Over-the-counter medications are widely available in NZ through private chemists. These include painkillers, antihistamines for allergies, and skin care products.
Some medications that are available over the counter in other countries are only available by a prescription obtained from a general practitioner. These include the oral contraceptive pill, most medications for asthma and all antibiotics. If you take a medication on a regular basis, bring an adequate supply and ensure you have details of the generic name, as brand names differ between countries. The majority of medications in use outside of the region are available.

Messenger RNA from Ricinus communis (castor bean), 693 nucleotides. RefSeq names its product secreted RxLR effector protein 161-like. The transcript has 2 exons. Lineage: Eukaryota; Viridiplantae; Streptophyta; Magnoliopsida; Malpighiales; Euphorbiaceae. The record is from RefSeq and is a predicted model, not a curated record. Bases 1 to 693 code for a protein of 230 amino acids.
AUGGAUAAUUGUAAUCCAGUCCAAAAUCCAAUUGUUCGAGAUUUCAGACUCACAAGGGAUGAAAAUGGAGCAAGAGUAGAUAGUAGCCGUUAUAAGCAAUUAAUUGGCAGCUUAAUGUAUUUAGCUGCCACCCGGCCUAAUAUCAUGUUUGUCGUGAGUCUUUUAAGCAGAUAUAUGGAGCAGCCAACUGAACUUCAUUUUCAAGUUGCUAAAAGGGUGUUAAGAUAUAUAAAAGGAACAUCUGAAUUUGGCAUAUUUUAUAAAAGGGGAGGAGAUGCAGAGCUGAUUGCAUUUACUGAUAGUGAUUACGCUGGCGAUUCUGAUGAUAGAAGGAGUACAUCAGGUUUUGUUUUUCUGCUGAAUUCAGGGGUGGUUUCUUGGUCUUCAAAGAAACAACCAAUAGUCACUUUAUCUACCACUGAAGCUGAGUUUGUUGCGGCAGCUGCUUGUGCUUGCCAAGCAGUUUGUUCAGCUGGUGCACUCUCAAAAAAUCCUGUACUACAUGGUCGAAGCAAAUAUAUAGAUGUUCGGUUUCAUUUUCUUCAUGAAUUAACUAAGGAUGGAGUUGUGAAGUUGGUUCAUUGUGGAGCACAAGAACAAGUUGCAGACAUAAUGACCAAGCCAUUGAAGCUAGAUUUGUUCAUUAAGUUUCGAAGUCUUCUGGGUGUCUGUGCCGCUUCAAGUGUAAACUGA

If you develop diarrhoea, be sure to drink plenty of fluids, preferably an oral rehydration solution containing lots of salt and sugar. A few loose stools don’t require treatment but if you start having more than four or five stools a day, you should start taking an antibiotic (usually a quinolone drug) and an antidiarrhoeal agent (such as loperamide). If diarrhoea is bloody, persists for more than 72 hours and/or is accompanied by fever, shaking chills or severe abdominal pain you should seek medical attention.